A Kven/Finn Editorial

  • Lederartikkel
  • Leder halve historien

General secretary Rune Bjerkli of the Kven Finn Association registers that many people do not like that the association wants to improve the flawed history of the Kvens/Finns. People feel threatened, they realize the story is half complete.

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Man differs from all other creatures in many ways. The biggest is our big brain and intelligence. It gives us cognitive abilities that compensate for weaker physics. It is the one that gives us the ability to create stories. Half stories.

We have never been as informed as we are now. We can now make decisions on intricate challenges with a large factual base.

Two half-truths today

But never have we been so polarized as now, on the smallest thing. This is a paradox. There is no doubt that social media has contributed to this trend.

As soon as you show interest in something on an electronic device, you are bombarded with similar material. We are not exposed to multiple views. We only get confirmation of our original view. The opposite will experience the same.

We get a one-track story. We base our lives on half a story.

A half-truth before and now

Before and independently of social media, the understanding of the world was created by storytelling. Civilizations started with people having a common history in an area.

To build a society, you create common norms, rules and culture that have their starting point in, for example, the Bible.

Professor Yuval Noah Harari who wrote Sapiens: A Brief History of Humankind (2011) cites this as a key role in gaining power. Many nations have created a strong unity by centring their history around a god, a ruler. In the past, there was only one social media: The account of the ruler. We were assigned half a story.

Our democratically elected leaders have this role today. The fight for history is also important for today’s leaders. Julian Assange, who established WikiLeaks and published classified information about the USA’s warfare in Iraq and Afghanistan in the 00s, says it quite clearly. Our leaders all too often tell a (false) story to get people to join a war.

  • Hitler attacked Poland in 1939 because “the Poles had shot at Germans”.
  • In 2003, US Secretary of State Powell justified a war against Iraq with “Iraq was in the process of acquiring nuclear weapons”.
  • Putin explained the war against Ukraine in 2022 to his countrymen with “Ukrainian Nazis persecuting Russian minorities in Ukraine”.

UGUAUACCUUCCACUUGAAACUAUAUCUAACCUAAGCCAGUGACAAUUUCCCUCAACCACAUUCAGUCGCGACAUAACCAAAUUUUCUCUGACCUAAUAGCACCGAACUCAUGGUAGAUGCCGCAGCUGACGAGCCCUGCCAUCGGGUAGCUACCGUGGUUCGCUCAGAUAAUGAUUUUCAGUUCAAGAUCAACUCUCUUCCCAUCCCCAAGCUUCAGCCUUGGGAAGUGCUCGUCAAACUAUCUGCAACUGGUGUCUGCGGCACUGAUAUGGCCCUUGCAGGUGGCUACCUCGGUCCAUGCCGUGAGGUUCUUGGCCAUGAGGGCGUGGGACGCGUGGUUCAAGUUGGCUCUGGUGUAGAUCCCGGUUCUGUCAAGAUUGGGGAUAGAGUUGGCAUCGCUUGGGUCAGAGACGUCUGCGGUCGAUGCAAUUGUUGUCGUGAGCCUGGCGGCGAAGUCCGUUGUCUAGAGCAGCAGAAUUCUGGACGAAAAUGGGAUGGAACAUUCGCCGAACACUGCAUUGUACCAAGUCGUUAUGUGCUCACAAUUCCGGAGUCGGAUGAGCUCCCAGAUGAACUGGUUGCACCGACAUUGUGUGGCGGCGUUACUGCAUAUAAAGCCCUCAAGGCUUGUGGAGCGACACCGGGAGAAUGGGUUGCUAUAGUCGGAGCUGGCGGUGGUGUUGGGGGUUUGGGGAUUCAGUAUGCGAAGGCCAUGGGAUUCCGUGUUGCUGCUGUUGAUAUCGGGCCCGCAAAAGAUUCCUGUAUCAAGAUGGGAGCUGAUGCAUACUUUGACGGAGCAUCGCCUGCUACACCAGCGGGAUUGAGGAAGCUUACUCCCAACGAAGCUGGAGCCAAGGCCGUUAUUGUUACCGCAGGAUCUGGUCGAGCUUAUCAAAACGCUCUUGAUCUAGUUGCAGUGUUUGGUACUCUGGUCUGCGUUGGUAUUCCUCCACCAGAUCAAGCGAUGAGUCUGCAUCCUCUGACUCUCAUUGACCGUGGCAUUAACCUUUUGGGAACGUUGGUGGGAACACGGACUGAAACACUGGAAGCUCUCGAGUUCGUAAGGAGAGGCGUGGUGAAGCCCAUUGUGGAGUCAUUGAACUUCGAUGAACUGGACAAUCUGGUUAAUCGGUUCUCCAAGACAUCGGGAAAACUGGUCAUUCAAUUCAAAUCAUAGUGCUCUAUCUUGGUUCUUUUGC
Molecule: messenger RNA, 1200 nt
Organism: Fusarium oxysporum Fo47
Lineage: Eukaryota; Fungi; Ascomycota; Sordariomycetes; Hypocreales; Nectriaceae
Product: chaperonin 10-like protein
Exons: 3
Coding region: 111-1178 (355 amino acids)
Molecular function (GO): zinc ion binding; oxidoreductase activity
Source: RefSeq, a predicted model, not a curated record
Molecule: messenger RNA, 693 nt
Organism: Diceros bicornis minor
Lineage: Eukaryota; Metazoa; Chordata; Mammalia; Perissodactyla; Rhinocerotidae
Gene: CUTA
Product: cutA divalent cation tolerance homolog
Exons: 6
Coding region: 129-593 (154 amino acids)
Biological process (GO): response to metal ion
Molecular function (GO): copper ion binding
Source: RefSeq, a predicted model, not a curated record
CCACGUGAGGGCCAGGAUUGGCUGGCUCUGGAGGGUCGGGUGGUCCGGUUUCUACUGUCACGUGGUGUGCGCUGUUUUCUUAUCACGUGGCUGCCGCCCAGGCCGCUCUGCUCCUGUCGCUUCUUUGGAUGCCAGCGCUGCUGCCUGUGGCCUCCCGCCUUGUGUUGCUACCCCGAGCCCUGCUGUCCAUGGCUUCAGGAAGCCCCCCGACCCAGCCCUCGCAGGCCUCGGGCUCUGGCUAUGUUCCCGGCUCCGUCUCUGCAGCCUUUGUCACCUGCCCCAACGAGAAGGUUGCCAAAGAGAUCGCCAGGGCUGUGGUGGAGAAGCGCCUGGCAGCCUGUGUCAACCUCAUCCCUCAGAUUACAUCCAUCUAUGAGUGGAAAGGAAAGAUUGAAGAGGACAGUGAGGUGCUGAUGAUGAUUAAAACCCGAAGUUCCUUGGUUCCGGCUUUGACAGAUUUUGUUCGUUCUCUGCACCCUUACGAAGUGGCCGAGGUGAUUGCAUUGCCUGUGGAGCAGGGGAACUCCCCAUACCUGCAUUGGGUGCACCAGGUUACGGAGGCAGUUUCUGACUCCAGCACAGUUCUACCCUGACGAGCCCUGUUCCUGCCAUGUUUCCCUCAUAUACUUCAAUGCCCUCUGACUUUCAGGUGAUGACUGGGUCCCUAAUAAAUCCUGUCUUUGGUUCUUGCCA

The stories of the leaders tell what is right and wrong. It matters less whether it is correct or not. Norway is not such a unique country that it doesn’t happen here too.

A half-Kven/Finnish story

Kven Finn Association has a big spotlight on history. The Kven/Finnish story is also only half complete.

The Saami say that those we called Finns were what we now call Saami. The Norwegian authorities want the Kvens/Finns to be a group of people who came to Norway in the 18th and 19th centuries. The Norwegian Kven’s Association believes that Kvens/Finns’ original language was Kveeni.

We have several solid sources that the Finns in the north were Finnish-speaking Finns. The apostle of the Finns and Lapps, Thomas von Westen, received Finnish Bibles from Sweden to spread Christianity along the Norwegian coast in the early 18th century.

Norway’s most important study determined in 1751 the 2336 km long border between Norway and Sweden/Finland. The work was led by Major Peter Schnitler. They documented that the Sea Finns and the Kvens spoke the same language and had common customs.

Other sources show that finns were probably along the Norwegian coast even earlier. In the 890s, Ottar reports to King Alfred in England about “finnas” in the far north of Norway and like-speaking Bjarmers further east.

Then there is good reason for a story that opens up the possibility that sea finns and finnas may have been Finns and/or lapplanders (Saami).

In Meänraatio a few weeks ago, professor emeritus Lars Elenius and researcher Curt Persson admitted that the storytelling in the northern Fennoskandia has taken place in a Saami tunnel vision (11:00).

A half professor

One of those who attack our work with history is professor emeritus Einar Niemi in Alta on The Day of the Kven People (March 16th). He claims that Kven Finn Association confuses history with legends and myths.

He himself sat on the Truth and Reconciliation Commission and claims that the Kven language, which has been standardized in the last 20 years, is the language of the Kven.

Kvensk is called the secret language. It has been so secret that not even the Kvens/Finns themselves knew about the language until a short time ago. Legend or myth?

Niemi denies that Kvens/Finns have used the Finnish Bible as their written reference point since before the 18th century. Læstadius’ postils were written in Finnish. To this day, a large majority of Kvens/Norwegian Finns choose Finnish as their language in primary school.

Niemi did not want any Finnish language measures for these Kvens/Norwegian Finns in the “truth work”.

The commission was only supposed to investigate the “wrong” not the “right” doings of the government. Again, we will make history based on half a story and new anti-Finnish injustices.


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